AskTP – Blissful Ignorance
There’s a lot of living to be done in one week. That’s the amount of time I have from when my blood was drawn until I see my doctor. Then I’ll learn how effective my draconian three month diet was at improving the state of my cholesterol. Granted, I did a fair bit of damage in advance of the diet. However, in the end I made it back down to my high school weight.
So last night I ate two poached eggs. I know. Living on the edge. Believe it or not, some of the healthy habits I picked up over the last twelve weeks are hard to kill off. Yesterday for lunch I had pan fried oatmeal with flax seeds by choice.
Speaking of old habits, there’s this thing I do every two weeks where I answer all the collected questions readers asked in the comments of the blog. A few questions get answered in a timely fashion. The others, they kind of hang around until this roundup called Ask the Profussor. And just so long as you used a question mark in the comment, it will get answered.
Now without any further ado, onto the questions.
WrigsMac may be surprised by my answer about aging cheap wine:
I think the only bottle – wait, two bottles – I have that’ve been lying around for a significant period of time were gifts of Red Cat. Ugh, shiver. Do you think that ages well?
Well, if it gives you shivers to even think about the wine, all I can say is that it probably can’t get any worse. Yes, a lot of cheap wine is meant for drinking right away. But what happens over time is that some of the fruit flavors die down, allowing other notes that were lurking deep in the wine to rise up.
Personally I’m hoping you pulled the cork on an older Red Cat so you can tell us what happened to it as it matured. Sometimes cheap wines that are a bit rougher around the edges mellow out surprisingly well. Other times they stay nasty. But as long as you’ve got some on hand, you might was well give it a try.
Burnt my Fingers confounded me by asking this on a post about GMO soy:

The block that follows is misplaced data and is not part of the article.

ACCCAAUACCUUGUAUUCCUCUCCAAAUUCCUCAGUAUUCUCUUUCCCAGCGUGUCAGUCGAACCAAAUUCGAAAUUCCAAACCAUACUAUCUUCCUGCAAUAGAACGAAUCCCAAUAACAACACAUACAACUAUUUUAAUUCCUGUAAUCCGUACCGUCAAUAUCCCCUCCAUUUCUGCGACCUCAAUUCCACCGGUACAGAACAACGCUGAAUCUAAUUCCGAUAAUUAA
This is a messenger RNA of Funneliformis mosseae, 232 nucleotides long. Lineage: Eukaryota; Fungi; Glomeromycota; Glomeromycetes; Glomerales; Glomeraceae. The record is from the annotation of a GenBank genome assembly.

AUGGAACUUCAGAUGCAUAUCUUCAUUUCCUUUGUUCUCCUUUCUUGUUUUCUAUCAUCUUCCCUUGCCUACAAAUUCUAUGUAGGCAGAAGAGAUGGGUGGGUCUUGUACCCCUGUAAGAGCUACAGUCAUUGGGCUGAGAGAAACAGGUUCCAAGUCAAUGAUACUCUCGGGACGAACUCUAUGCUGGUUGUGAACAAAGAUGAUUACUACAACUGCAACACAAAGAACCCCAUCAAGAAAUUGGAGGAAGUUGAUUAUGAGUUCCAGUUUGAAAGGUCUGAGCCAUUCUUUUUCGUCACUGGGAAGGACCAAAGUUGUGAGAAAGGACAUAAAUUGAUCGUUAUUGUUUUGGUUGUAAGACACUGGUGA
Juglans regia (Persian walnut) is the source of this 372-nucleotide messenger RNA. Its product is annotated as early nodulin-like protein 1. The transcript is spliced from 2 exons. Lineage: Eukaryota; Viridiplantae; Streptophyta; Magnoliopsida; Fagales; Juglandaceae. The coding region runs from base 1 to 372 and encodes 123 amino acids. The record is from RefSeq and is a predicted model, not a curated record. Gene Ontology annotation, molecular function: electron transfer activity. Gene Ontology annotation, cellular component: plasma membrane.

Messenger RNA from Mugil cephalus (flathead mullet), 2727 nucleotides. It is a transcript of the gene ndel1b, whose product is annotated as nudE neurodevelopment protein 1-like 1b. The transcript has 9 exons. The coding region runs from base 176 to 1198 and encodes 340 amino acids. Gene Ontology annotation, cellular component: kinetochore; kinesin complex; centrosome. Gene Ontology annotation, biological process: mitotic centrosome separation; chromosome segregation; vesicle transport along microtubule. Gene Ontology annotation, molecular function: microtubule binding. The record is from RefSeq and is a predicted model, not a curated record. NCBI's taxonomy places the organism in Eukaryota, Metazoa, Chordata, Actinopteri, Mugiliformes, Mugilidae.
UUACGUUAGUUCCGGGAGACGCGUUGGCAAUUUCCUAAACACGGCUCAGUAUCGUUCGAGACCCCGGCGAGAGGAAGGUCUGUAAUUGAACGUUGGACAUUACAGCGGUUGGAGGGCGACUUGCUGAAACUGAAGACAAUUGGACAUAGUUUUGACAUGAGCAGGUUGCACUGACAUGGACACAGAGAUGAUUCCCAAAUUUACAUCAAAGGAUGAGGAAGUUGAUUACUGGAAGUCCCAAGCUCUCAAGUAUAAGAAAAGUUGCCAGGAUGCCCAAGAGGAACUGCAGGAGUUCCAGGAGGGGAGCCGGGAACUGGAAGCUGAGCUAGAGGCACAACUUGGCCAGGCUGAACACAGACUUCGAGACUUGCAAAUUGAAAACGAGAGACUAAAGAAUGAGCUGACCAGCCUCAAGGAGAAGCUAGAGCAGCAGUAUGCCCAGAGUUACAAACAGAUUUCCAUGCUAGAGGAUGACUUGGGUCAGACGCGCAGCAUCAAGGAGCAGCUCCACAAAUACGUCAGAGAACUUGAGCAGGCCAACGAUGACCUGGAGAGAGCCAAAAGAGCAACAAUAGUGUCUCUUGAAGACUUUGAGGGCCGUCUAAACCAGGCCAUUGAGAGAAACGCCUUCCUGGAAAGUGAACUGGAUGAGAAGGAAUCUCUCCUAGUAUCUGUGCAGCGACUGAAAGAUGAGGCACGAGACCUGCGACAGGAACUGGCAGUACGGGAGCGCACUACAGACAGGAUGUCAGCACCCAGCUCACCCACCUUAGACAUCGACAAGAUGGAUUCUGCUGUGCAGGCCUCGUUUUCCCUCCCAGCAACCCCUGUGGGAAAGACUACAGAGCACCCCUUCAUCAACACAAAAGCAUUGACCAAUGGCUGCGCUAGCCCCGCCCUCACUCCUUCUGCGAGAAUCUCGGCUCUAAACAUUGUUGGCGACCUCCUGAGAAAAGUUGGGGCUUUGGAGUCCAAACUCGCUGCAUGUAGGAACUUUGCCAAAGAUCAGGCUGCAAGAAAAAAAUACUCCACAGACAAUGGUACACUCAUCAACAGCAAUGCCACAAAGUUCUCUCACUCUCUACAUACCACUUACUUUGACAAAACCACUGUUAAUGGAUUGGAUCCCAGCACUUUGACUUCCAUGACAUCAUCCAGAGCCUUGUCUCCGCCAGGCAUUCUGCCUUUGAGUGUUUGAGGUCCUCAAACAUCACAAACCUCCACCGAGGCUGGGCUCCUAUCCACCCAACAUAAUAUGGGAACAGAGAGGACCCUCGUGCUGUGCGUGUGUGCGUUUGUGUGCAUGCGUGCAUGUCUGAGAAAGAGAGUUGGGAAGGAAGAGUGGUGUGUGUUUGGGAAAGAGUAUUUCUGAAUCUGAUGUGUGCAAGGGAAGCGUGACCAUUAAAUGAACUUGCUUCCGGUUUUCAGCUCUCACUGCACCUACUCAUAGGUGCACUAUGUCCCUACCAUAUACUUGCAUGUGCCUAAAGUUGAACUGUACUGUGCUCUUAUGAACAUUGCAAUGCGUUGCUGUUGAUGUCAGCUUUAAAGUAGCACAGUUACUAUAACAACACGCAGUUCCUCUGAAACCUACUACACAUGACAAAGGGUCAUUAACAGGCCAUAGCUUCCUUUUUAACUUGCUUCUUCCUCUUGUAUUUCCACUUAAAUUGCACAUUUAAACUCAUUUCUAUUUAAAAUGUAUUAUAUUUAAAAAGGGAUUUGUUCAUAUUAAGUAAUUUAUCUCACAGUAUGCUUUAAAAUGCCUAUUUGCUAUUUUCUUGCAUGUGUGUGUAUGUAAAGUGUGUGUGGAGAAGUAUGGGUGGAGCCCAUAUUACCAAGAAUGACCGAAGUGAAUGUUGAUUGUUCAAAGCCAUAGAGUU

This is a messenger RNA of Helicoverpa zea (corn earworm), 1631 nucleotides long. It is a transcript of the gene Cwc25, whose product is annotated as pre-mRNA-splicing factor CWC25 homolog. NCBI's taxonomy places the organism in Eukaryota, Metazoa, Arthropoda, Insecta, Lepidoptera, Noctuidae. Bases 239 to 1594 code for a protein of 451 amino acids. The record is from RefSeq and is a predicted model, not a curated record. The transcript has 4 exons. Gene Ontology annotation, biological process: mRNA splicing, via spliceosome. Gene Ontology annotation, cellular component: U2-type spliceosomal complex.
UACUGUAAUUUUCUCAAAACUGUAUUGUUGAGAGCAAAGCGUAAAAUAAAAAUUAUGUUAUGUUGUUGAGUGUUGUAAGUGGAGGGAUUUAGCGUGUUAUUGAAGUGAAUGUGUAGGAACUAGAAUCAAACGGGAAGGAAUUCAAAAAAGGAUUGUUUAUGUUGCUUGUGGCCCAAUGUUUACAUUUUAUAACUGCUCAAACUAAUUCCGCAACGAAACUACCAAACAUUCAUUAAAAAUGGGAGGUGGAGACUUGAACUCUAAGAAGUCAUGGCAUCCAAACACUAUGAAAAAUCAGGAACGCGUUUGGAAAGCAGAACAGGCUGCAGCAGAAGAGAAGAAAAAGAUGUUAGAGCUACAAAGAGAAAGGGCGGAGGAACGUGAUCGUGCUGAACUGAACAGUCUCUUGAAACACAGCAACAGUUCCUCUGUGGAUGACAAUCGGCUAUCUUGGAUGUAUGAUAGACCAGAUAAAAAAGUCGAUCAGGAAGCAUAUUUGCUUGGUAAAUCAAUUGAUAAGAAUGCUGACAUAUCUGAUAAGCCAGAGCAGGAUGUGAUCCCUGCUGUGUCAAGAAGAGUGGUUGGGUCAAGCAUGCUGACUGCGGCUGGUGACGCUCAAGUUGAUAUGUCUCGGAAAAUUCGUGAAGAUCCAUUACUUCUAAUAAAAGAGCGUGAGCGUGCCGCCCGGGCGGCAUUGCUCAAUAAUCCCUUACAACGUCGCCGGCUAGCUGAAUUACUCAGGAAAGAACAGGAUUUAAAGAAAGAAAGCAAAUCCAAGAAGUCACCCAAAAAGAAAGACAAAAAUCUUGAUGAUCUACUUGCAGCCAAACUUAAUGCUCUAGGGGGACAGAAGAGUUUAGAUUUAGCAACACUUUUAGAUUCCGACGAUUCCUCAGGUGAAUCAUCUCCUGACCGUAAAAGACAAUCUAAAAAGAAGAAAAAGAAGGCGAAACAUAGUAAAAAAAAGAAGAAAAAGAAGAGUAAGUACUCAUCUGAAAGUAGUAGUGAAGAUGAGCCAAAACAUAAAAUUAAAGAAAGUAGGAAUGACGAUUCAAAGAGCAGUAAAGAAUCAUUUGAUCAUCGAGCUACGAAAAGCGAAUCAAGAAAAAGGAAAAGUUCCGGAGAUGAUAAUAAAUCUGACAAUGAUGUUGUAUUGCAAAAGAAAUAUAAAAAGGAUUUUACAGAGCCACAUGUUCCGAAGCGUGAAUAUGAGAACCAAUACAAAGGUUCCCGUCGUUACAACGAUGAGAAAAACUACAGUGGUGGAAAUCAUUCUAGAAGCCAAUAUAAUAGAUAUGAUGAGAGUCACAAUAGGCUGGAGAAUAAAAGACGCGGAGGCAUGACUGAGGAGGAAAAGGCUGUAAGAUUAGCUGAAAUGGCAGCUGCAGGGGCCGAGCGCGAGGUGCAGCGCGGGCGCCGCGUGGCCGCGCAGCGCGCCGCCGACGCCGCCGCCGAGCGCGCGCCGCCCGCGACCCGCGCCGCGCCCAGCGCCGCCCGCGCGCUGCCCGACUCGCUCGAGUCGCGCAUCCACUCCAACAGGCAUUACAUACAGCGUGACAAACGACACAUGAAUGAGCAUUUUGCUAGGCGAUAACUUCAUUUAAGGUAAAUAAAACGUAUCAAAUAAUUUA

I guess this means I should throw out my sourdough starter purloined from the Cheese Board, yes?
I can’t imagine that the Cheese Board used GMO soy in their sourdough starter. So I would probably advise against throwing away the starter. Unless of course you somehow see this act as a protest against food science. Then please be my guest. But if not, please don’t waste the precious.
Mr. Dave isn’t as good at math as he seems to think:
Those cheese bags are cute I guess, but aren’t they really just gussied up two-ply cheese paper? You can get like a hundred sheets of the stuff for that price from cheese making supply co. Looky here - http://www.cheesemaking.com/TwoPlyCheeseWrapMRP.html
They are certainly similar. But 100 sheets of the small form cheese paper sheets will still set you back $15. I’m guessing you didn’t realize that these were sold in 25 count units and the listed price has to be multiplied by 4 to get the total cost. Plus the sheets don’t give you quite the same air circulation as the bag. If the good folks at the test kitchen vouch for their superior performance, I’m happy to pay a few cents more per bag. Those guys are hardcore.
Jessica R wanted a little convinced about one of my picks for the bestestes:
28. Best Farmers Market – Schenectady Greenmarket
I’m curious. Can you explain this choice over the Troy Farmer’s Market?
It’s my pleasure. The Troy farmers market is great. As is the one in Saratoga Springs. But to me the measure of a market is what they can pull off in the fallow times. And that is where Schenectady nails it. Their winter market in the Proctor’s arcade is great. As opposed to the Troy Atrium where you can feel like you’re a little loose screw knocking around in the heel of the Statue of Liberty, the Schenectady Greenmarket has found a way to make it feel more cozy. The fresh produce is downstairs, the artisans are in the lobby, and the food vendors are all over in Key Hall with plenty of tables available to enjoy your lunch. It’s a great setup with great producers. Maybe Troy has an edge in the summer. But winter lasts longer in these parts, so in my estimation that’s the key season.
Burnt my Fingers asks an interesting question about boundaries:
Has it ever occurred to you that your doctor might read your blog and so be up to speed on all these shenanigans?
Yes. Especially since her husband is involved in the restaurant business and sometimes we talk shop. My mother also lurks out there, and really I have to deal with more concerned phone calls from her than I do from my physician. It’s those calls that are more of a deterrent than anything else.
addiesdad decided to cover off all the questions on a topic that he could:
Are your inclusions of GB24 in the “Bestestes” posts sign of an inner conflict? Lack of options for the category? Both? Have you made peace with GB24? If you still feel the way you do about GB24 a year later, then why continue pushing them as one of the Capital District’s “Best of”?